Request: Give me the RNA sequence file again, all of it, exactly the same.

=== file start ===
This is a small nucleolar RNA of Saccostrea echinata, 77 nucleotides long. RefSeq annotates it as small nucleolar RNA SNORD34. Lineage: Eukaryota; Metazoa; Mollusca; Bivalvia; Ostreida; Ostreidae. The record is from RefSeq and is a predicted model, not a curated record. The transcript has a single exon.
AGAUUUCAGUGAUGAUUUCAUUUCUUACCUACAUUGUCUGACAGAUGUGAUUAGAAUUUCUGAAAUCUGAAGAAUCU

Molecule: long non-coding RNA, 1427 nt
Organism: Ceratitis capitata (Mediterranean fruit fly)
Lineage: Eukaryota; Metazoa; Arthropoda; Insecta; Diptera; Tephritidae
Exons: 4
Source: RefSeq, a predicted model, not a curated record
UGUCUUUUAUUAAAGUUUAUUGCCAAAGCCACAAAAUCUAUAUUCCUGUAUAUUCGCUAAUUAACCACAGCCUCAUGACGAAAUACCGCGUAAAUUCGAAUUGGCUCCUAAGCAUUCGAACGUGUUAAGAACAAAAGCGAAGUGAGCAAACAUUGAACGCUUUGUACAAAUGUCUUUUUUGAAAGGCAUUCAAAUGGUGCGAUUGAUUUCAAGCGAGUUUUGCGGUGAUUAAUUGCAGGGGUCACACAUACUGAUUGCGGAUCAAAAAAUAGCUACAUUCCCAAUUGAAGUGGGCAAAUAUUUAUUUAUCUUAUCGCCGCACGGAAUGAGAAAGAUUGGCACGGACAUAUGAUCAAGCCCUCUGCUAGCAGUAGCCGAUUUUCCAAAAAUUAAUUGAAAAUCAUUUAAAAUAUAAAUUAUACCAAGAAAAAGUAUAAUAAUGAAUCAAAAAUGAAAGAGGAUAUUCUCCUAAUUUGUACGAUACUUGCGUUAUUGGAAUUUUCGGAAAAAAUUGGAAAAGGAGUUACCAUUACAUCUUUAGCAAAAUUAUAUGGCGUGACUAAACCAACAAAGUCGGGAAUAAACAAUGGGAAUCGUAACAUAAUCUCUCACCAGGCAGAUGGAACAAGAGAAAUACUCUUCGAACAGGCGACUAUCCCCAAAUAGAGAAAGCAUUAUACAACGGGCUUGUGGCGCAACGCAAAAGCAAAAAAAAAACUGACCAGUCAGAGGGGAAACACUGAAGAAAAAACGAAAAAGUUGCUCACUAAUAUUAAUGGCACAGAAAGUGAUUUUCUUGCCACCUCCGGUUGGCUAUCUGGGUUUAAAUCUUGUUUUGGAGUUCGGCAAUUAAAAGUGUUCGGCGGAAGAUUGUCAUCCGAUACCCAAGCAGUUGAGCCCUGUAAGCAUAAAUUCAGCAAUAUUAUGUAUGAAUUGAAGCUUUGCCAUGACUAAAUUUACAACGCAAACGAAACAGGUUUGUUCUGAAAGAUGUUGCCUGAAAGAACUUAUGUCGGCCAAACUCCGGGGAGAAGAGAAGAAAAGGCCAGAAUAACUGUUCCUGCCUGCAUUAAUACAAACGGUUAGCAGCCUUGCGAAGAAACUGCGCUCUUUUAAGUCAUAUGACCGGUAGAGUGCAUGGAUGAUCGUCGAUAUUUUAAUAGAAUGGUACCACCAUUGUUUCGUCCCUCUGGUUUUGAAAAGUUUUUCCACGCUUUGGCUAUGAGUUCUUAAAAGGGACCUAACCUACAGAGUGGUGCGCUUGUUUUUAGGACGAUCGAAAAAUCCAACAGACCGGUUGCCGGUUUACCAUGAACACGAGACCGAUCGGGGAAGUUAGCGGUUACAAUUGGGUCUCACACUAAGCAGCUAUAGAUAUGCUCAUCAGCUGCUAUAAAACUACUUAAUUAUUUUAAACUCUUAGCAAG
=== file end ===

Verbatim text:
This is a small nucleolar RNA of Saccostrea echinata, 77 nucleotides long. RefSeq annotates it as small nucleolar RNA SNORD34. Lineage: Eukaryota; Metazoa; Mollusca; Bivalvia; Ostreida; Ostreidae. The record is from RefSeq and is a predicted model, not a curated record. The transcript has a single exon.
AGAUUUCAGUGAUGAUUUCAUUUCUUACCUACAUUGUCUGACAGAUGUGAUUAGAAUUUCUGAAAUCUGAAGAAUCU

Molecule: long non-coding RNA, 1427 nt
Organism: Ceratitis capitata (Mediterranean fruit fly)
Lineage: Eukaryota; Metazoa; Arthropoda; Insecta; Diptera; Tephritidae
Exons: 4
Source: RefSeq, a predicted model, not a curated record
UGUCUUUUAUUAAAGUUUAUUGCCAAAGCCACAAAAUCUAUAUUCCUGUAUAUUCGCUAAUUAACCACAGCCUCAUGACGAAAUACCGCGUAAAUUCGAAUUGGCUCCUAAGCAUUCGAACGUGUUAAGAACAAAAGCGAAGUGAGCAAACAUUGAACGCUUUGUACAAAUGUCUUUUUUGAAAGGCAUUCAAAUGGUGCGAUUGAUUUCAAGCGAGUUUUGCGGUGAUUAAUUGCAGGGGUCACACAUACUGAUUGCGGAUCAAAAAAUAGCUACAUUCCCAAUUGAAGUGGGCAAAUAUUUAUUUAUCUUAUCGCCGCACGGAAUGAGAAAGAUUGGCACGGACAUAUGAUCAAGCCCUCUGCUAGCAGUAGCCGAUUUUCCAAAAAUUAAUUGAAAAUCAUUUAAAAUAUAAAUUAUACCAAGAAAAAGUAUAAUAAUGAAUCAAAAAUGAAAGAGGAUAUUCUCCUAAUUUGUACGAUACUUGCGUUAUUGGAAUUUUCGGAAAAAAUUGGAAAAGGAGUUACCAUUACAUCUUUAGCAAAAUUAUAUGGCGUGACUAAACCAACAAAGUCGGGAAUAAACAAUGGGAAUCGUAACAUAAUCUCUCACCAGGCAGAUGGAACAAGAGAAAUACUCUUCGAACAGGCGACUAUCCCCAAAUAGAGAAAGCAUUAUACAACGGGCUUGUGGCGCAACGCAAAAGCAAAAAAAAAACUGACCAGUCAGAGGGGAAACACUGAAGAAAAAACGAAAAAGUUGCUCACUAAUAUUAAUGGCACAGAAAGUGAUUUUCUUGCCACCUCCGGUUGGCUAUCUGGGUUUAAAUCUUGUUUUGGAGUUCGGCAAUUAAAAGUGUUCGGCGGAAGAUUGUCAUCCGAUACCCAAGCAGUUGAGCCCUGUAAGCAUAAAUUCAGCAAUAUUAUGUAUGAAUUGAAGCUUUGCCAUGACUAAAUUUACAACGCAAACGAAACAGGUUUGUUCUGAAAGAUGUUGCCUGAAAGAACUUAUGUCGGCCAAACUCCGGGGAGAAGAGAAGAAAAGGCCAGAAUAACUGUUCCUGCCUGCAUUAAUACAAACGGUUAGCAGCCUUGCGAAGAAACUGCGCUCUUUUAAGUCAUAUGACCGGUAGAGUGCAUGGAUGAUCGUCGAUAUUUUAAUAGAAUGGUACCACCAUUGUUUCGUCCCUCUGGUUUUGAAAAGUUUUUCCACGCUUUGGCUAUGAGUUCUUAAAAGGGACCUAACCUACAGAGUGGUGCGCUUGUUUUUAGGACGAUCGAAAAAUCCAACAGACCGGUUGCCGGUUUACCAUGAACACGAGACCGAUCGGGGAAGUUAGCGGUUACAAUUGGGUCUCACACUAAGCAGCUAUAGAUAUGCUCAUCAGCUGCUAUAAAACUACUUAAUUAUUUUAAACUCUUAGCAAG